The Conversion of Scandinavia: Vikings, Merchants, and Missionaries in the Remaking of Northern Europe

The Conversion of Scandinavia Vikings Merchants and Missionaries in the Remaking of Northern Europe In this book a MacArthur Award winning scholar argues for a radically new interpretation of the conversion of Scandinavia from paganism to Christianity in the early Middle Ages Overturning the receive

  • Title: The Conversion of Scandinavia: Vikings, Merchants, and Missionaries in the Remaking of Northern Europe
  • Author: Anders Winroth
  • ISBN: 9780300170269
  • Page: 319
  • Format: Hardcover
  • In this book a MacArthur Award winning scholar argues for a radically new interpretation of the conversion of Scandinavia from paganism to Christianity in the early Middle Ages Overturning the received narrative of Europe s military and religious conquest and colonization of the region, Anders Winroth contends that rather than acting as passive recipients, Scandinavians cIn this book a MacArthur Award winning scholar argues for a radically new interpretation of the conversion of Scandinavia from paganism to Christianity in the early Middle Ages Overturning the received narrative of Europe s military and religious conquest and colonization of the region, Anders Winroth contends that rather than acting as passive recipients, Scandinavians converted to Christianity because it was in individual chieftains political, economic, and cultural interests to do so.Through a painstaking analysis and historical reconstruction of both archeological and literary sources, and drawing on scholarly work that has been unavailable in English, Winroth opens up new avenues for studying European ascendency and the expansion of Christianity in the medieval period.

    One thought on “The Conversion of Scandinavia: Vikings, Merchants, and Missionaries in the Remaking of Northern Europe”

    1. Winroth makes a sophisticated argument about how and why Scandinavia became Christianized. I'll sketch out the basics here.Scandinavia was a vast network of chieftains who competed with one another by means of gift-giving. Whoever gave the best gifts was more likely to attract followers. Sheer quantity of wealth was not enough. A chieftain had to give rare, exotic, valuable, or prestigious gifts. As the rest of Europe experienced an economic recovery following the nadir of its development after [...]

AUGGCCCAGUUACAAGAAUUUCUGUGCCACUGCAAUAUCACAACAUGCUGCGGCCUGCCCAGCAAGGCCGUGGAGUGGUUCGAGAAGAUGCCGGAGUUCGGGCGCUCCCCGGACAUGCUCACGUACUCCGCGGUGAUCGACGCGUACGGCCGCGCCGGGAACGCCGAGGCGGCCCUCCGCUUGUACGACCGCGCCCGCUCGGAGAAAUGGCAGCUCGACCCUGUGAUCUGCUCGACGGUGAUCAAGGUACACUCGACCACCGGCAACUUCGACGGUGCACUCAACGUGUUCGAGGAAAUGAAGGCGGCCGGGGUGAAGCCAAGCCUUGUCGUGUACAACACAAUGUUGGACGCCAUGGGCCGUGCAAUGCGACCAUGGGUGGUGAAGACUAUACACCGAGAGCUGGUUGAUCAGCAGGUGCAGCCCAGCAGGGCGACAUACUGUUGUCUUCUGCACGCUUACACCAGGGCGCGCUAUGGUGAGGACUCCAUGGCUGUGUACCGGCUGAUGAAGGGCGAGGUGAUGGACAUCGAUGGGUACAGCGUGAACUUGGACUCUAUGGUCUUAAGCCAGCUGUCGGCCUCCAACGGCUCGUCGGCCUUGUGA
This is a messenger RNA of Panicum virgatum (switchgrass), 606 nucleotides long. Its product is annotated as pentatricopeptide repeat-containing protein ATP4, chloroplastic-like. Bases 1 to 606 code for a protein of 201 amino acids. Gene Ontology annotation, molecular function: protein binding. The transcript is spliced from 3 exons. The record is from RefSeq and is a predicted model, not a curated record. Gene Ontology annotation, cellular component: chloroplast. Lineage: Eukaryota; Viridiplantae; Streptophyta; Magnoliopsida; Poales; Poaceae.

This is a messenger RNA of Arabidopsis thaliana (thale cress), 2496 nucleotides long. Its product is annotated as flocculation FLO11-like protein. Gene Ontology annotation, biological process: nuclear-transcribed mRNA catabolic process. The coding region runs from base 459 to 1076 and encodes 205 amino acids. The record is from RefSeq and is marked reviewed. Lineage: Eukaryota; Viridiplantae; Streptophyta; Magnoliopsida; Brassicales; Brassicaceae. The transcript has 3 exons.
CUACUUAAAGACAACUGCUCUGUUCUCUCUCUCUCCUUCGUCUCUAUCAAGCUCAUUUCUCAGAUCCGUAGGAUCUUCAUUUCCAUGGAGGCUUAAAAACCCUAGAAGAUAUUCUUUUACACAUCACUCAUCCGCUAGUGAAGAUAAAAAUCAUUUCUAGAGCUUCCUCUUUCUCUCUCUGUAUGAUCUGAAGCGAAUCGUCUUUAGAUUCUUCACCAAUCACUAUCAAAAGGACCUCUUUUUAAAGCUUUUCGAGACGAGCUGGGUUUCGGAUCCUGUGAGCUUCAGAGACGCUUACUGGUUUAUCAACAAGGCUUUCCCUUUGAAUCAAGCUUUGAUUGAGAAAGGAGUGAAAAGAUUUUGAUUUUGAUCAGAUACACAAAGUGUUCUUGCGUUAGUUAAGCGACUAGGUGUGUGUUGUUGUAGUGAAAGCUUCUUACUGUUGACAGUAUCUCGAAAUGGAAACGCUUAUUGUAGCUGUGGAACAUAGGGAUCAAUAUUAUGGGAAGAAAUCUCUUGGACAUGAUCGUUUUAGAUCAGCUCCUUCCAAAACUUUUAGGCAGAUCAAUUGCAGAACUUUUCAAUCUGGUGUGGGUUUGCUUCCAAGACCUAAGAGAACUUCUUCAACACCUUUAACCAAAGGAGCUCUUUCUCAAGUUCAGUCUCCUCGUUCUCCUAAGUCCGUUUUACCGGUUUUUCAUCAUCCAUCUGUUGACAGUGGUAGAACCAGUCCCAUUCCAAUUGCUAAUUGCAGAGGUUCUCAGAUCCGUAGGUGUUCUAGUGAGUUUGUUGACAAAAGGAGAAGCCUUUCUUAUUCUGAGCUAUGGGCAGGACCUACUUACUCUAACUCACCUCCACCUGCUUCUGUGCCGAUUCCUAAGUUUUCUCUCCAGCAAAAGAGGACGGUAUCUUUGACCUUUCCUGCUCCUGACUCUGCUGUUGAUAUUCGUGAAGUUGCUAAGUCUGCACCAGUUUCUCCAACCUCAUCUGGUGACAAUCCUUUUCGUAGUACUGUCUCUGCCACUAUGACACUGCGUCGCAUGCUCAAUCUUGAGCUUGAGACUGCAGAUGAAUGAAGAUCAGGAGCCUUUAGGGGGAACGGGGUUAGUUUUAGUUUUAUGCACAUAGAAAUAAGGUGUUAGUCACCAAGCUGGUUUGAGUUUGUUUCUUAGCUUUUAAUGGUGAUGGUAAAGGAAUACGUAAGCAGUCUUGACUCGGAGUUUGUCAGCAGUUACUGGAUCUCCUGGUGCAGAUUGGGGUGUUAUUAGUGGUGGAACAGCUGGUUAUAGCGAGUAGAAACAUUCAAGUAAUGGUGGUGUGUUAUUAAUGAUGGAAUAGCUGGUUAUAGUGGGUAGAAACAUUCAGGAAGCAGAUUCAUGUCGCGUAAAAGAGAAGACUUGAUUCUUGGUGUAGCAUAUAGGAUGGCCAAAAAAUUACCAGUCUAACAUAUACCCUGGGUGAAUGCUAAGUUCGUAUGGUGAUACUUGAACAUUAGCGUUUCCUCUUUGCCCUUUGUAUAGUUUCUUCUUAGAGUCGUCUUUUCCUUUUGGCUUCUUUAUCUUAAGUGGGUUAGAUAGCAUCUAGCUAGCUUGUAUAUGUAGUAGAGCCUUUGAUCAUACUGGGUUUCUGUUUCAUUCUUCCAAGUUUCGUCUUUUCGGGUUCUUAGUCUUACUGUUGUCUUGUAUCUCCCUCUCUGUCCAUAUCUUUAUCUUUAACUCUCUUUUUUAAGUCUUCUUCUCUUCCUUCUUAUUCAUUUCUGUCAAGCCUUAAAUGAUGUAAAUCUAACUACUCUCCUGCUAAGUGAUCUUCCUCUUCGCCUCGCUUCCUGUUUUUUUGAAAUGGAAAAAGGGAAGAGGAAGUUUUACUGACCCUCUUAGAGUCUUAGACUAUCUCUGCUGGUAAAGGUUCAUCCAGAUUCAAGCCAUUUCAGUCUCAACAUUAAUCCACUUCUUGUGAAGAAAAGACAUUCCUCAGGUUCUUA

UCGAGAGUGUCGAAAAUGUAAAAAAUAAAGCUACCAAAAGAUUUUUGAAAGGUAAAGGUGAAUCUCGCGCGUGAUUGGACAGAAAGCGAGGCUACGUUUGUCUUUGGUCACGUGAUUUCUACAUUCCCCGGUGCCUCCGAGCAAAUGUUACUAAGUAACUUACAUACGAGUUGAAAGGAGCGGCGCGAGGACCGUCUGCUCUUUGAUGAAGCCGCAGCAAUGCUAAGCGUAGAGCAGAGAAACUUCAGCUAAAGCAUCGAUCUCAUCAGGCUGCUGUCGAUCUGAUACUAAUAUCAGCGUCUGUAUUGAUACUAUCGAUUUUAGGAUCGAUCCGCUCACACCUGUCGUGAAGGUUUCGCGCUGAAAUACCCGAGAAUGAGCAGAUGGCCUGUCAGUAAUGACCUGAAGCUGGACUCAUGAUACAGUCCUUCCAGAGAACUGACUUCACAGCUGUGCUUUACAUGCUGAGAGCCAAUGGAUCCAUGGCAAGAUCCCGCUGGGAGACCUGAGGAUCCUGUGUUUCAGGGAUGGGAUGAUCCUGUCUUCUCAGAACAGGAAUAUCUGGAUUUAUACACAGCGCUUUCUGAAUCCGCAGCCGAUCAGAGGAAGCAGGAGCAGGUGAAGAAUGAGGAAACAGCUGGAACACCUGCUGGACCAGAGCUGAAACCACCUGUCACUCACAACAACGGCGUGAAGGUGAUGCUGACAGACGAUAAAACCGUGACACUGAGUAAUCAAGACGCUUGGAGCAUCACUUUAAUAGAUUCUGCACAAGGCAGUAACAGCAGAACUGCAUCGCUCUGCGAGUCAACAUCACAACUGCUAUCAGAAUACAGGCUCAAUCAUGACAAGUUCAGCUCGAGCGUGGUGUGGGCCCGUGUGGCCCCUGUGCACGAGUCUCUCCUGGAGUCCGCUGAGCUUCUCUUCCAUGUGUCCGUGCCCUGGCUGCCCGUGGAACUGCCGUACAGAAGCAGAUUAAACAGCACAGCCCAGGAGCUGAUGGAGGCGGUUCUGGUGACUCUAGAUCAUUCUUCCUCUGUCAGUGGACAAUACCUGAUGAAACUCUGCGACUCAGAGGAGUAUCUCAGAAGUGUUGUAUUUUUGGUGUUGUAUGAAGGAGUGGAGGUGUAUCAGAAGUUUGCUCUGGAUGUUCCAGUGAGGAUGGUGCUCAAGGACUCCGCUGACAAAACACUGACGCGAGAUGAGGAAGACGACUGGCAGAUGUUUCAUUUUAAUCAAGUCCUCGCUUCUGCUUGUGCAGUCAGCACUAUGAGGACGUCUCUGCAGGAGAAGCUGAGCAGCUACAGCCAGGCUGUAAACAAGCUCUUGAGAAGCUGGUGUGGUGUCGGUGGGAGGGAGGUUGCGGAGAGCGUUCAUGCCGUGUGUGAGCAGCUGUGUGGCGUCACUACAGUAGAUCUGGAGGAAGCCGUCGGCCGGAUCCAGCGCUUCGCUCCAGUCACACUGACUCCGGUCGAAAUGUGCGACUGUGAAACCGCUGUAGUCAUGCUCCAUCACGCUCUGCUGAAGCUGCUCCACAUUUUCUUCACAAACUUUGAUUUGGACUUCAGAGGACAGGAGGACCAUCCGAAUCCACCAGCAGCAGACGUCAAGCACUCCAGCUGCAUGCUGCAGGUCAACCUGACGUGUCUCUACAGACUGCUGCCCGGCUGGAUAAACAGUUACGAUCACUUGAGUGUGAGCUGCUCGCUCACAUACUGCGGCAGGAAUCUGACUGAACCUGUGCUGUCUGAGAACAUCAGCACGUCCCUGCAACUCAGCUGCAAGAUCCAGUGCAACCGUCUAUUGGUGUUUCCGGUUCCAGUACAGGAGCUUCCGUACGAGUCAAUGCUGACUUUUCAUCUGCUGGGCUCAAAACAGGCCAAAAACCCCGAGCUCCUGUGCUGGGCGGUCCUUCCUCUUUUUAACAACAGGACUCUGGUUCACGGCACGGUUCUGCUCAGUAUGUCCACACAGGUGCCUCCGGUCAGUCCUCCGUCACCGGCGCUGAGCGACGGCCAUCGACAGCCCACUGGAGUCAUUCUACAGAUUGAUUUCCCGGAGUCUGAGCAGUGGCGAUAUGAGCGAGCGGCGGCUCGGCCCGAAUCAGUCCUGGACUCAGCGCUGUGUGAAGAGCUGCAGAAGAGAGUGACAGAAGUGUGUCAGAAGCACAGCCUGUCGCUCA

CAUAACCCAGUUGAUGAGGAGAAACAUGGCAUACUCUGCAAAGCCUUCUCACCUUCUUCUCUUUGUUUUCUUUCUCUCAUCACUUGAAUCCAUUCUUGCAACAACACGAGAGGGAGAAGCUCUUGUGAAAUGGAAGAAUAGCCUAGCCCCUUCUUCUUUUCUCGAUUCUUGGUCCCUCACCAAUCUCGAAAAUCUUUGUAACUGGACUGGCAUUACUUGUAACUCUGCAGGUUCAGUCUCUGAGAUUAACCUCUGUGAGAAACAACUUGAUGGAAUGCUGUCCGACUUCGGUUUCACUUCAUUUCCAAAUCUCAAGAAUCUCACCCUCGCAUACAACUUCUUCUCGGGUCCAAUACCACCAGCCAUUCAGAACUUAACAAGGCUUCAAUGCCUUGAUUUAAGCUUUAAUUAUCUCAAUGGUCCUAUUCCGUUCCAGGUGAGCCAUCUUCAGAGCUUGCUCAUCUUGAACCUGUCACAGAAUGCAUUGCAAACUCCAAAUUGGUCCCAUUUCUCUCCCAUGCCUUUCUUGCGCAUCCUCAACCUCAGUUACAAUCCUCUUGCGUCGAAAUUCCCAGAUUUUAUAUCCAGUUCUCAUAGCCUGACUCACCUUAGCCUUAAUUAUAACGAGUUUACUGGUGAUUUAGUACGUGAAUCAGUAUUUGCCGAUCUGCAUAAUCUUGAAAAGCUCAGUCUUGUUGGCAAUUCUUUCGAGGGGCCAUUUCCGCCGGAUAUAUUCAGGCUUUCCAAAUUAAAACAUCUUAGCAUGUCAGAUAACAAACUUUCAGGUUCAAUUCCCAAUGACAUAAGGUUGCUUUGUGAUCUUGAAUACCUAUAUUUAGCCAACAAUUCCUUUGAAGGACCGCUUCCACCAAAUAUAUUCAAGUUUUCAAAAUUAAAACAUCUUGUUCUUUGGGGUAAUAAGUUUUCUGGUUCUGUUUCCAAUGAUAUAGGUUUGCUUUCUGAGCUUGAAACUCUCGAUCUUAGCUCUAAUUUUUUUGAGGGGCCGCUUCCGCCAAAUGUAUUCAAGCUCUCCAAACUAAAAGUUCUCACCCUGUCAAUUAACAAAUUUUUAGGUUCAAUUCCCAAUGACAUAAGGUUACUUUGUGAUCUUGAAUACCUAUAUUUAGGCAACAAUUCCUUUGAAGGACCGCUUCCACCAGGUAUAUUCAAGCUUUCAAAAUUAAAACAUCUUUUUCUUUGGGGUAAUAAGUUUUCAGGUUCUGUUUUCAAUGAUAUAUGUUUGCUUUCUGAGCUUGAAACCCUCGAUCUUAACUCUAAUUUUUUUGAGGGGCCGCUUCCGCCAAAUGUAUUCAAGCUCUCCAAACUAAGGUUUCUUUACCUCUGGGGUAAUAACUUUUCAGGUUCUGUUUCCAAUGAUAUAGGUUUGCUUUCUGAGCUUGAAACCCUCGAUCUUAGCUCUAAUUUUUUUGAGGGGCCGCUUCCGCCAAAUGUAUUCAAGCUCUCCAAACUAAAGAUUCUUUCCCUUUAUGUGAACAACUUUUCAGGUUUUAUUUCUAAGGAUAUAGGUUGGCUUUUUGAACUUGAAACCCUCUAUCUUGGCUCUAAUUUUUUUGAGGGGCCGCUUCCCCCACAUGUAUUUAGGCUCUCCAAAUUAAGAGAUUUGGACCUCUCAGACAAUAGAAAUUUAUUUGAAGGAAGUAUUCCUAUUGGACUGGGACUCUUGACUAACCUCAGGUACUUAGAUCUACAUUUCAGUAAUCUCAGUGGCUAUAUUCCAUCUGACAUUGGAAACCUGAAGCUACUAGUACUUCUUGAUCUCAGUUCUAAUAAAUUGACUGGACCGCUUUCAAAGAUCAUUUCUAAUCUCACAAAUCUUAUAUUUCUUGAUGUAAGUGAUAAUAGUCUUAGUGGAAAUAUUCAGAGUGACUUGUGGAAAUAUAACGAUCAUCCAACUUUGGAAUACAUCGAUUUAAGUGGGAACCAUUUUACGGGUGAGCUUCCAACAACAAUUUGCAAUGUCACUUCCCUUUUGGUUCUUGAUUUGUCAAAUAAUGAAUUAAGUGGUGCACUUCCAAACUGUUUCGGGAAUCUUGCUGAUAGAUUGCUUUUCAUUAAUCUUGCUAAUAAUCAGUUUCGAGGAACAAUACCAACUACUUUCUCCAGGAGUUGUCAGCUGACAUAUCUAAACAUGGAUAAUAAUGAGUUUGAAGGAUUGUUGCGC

2. In The Conversion of Scandinavia, Winroth argues for a reinterpretation of the Christian conversion of Scandinavia in the early Middle Ages. Much older scholarship accepted a narrative of Christian European military and religious conquest, a sort of "proto-imperialist" cultural colonisation of the region. Winroth claims that to the contrary, Scandinavians chose Christianity because it was in the political and economic interests of their societal elites. In the stateless societies of the early me [...]

    3. Winroth's basic thesis - that the christianization of scandinavia was a project of the elites, not in the essence of the "conversion kings" commonly depicted in older historeography but more of using the religion, its institutions, prestige and its ties to the continent - is not entirely new but it is quite clearly argued here for an english audience. Many scandinavian academics would do well to heed Winroth, as this concept, while definitely treated before, sadly has some trouble taking root in [...]

    4. The book elaborates on the conversion of Scandinavia up to 1000ce. Winroth contends that the traditional view of adamant Christian missionaries Christianizing Scandinavia over simplifies the facts. He argues that evidence supports the view that the elites adopted Christianity because it offered advantages that paganism didn't, and that subsequently the lower classes adopted the religion. The argument is a new take on the conversion of Scandinavia, the author researched his topic thoroughly and t [...]

    5. An interesting take on an important historical process. A very reasonable analysis for the most part, but with certain speculations here and there whose probability is questionable.

    6. Ler me start this off by saying that I had to read this for school. Well no. Not this book in particular, but I had to pick a book to do multiple projects on for an Intro to Christianity class that my school requires. Gotta love private schools!Believe it or not, I had high hopes going into this book. I am 75% Norwegian and my family is extremely proud of ojr Norwegian heritage. So what was I expecting? Vikings, Thor, Odin, and lots of Olav Tryggvason. I got some Vikings and less Olav Tryggvason [...]

    7. Good bit of contemporary historical perspectives. Should have been called, "Silver, swords, baptism: how gift exchange spurred early Scandinavian politics." (That's from the last chapter.)Winroth directs us past the writings of medieval monks and the Christian conversion story that has been used to explain Western European history up through and past the 19th century missionary colonialists. He argues that Scandinavian warrior band chiefs chose Christianity in their quests for power, rather than [...]

    8. Very well written with clear prose and very clear argument. This book is not for someone who is not at all familiar with the historical period, but for those that are, the argument for the factors of conversion is very clearly laid out. It's certainly possible to debate the conclusions, but the fact that the book has such a clear argument makes this much easier to do.

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